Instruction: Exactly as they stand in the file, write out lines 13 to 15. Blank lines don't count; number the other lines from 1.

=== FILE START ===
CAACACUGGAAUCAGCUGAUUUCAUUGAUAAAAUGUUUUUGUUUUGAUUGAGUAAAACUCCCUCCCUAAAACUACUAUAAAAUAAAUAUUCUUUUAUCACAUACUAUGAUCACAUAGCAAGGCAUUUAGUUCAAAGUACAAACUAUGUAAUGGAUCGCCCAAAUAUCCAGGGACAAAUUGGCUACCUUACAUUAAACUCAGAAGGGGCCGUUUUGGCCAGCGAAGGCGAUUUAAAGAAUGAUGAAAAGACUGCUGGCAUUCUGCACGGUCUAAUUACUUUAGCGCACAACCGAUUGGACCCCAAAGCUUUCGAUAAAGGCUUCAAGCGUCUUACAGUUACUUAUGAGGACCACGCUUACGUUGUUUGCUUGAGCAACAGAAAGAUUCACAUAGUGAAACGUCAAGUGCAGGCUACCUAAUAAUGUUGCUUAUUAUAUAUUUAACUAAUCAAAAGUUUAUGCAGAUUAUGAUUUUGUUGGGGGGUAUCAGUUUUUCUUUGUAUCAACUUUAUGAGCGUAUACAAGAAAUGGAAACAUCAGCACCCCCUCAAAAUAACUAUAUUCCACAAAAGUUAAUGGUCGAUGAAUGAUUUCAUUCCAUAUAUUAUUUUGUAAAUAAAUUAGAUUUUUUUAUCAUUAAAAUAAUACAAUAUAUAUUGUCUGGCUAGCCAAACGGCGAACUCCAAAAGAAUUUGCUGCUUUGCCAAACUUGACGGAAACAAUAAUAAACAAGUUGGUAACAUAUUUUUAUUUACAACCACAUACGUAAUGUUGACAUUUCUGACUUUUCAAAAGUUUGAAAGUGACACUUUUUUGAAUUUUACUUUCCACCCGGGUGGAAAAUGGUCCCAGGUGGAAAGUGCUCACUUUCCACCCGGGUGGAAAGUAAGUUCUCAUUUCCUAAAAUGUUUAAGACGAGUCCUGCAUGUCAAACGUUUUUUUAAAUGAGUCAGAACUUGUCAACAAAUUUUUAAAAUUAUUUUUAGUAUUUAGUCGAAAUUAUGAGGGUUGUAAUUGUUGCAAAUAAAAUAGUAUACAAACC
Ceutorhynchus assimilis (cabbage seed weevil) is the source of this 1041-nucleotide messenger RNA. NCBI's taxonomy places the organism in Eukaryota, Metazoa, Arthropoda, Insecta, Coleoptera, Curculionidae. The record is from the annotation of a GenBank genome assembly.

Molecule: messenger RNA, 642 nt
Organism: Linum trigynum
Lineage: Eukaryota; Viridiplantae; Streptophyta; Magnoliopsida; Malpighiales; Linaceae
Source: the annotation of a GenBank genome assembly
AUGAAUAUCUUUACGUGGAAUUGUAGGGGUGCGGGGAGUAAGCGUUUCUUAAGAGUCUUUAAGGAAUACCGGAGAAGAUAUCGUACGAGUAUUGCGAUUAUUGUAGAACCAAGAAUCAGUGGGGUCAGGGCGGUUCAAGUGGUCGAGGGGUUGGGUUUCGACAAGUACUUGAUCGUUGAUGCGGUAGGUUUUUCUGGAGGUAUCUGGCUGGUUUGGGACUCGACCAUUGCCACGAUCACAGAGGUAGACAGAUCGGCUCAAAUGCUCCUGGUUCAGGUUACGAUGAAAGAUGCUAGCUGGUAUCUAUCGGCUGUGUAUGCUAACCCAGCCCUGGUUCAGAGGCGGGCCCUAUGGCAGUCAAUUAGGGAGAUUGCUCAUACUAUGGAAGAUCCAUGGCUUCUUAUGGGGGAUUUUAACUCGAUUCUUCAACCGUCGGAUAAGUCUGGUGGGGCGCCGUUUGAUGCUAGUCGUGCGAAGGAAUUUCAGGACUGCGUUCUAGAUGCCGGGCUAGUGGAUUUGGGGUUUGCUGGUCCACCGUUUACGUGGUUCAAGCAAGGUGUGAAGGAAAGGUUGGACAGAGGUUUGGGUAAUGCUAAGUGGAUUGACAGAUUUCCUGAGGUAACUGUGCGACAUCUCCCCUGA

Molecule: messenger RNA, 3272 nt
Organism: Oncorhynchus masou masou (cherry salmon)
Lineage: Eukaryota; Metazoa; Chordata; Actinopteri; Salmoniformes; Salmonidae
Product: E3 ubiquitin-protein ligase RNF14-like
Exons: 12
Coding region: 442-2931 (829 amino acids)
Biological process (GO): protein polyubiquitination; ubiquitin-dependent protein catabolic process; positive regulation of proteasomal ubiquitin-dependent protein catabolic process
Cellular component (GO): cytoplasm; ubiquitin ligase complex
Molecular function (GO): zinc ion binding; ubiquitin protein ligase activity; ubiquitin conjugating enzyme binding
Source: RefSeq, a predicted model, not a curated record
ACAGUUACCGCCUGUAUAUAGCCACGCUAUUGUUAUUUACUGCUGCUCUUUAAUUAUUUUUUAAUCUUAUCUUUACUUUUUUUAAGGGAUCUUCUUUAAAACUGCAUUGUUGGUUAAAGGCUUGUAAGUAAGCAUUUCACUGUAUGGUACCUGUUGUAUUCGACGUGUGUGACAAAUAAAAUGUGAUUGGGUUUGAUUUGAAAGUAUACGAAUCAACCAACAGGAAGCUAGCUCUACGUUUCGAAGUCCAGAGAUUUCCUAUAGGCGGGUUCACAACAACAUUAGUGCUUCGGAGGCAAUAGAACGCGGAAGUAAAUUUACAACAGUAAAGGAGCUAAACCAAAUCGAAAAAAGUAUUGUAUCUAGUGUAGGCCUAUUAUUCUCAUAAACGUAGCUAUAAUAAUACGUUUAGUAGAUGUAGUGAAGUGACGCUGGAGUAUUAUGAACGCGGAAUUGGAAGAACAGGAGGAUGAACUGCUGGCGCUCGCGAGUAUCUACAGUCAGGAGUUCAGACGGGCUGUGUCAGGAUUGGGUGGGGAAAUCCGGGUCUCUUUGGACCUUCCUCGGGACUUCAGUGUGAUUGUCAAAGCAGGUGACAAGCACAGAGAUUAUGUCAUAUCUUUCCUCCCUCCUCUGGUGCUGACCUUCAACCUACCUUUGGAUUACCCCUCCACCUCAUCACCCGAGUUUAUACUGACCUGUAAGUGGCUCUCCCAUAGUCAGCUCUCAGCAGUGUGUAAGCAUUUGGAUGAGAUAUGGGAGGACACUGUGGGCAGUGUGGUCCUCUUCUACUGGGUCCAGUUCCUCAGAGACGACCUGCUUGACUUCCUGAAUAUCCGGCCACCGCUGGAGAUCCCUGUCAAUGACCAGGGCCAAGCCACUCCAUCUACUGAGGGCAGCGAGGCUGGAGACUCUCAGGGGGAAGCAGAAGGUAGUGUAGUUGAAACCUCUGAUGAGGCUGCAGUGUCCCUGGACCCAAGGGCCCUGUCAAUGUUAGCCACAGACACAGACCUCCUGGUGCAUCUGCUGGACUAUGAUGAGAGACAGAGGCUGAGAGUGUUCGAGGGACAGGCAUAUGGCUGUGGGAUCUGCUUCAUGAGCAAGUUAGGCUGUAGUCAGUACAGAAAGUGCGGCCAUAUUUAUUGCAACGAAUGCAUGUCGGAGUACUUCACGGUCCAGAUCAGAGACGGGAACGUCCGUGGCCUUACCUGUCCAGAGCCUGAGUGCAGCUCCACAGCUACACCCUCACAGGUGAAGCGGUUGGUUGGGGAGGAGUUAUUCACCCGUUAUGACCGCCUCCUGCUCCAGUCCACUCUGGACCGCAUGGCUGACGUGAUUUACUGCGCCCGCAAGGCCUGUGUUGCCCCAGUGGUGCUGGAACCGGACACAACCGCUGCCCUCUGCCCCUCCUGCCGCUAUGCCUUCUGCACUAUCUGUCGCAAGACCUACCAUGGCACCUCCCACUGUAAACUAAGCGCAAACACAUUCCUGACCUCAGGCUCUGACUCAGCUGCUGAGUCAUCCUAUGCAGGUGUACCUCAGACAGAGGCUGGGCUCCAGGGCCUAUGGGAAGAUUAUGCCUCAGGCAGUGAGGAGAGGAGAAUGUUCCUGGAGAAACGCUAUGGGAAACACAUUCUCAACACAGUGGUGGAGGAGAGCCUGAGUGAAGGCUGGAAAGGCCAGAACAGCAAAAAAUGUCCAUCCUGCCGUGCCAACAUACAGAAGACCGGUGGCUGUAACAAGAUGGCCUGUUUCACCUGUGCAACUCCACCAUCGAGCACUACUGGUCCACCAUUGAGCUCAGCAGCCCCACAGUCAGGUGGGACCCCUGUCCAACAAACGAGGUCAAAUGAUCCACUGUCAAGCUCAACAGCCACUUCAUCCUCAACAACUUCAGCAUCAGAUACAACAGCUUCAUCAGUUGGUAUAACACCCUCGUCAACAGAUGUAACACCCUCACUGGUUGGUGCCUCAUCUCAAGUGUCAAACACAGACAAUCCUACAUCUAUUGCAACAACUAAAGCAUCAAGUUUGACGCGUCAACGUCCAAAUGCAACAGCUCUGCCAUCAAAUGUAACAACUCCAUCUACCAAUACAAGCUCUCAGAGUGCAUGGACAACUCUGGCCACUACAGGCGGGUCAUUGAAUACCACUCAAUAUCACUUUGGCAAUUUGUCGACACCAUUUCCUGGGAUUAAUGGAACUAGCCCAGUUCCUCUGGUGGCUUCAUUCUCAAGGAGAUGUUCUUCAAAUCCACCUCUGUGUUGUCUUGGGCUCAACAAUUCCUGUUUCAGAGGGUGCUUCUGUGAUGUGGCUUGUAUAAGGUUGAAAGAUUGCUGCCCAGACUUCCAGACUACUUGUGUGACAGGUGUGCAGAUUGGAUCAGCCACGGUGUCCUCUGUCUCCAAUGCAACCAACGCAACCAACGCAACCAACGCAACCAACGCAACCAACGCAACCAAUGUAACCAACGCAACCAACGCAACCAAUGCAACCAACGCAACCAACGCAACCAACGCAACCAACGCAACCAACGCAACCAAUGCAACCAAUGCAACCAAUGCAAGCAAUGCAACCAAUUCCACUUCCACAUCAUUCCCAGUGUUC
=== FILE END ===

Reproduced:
Coding region: 442-2931 (829 amino acids)
Biological process (GO): protein polyubiquitination; ubiquitin-dependent protein catabolic process; positive regulation of proteasomal ubiquitin-dependent protein catabolic process
Cellular component (GO): cytoplasm; ubiquitin ligase complex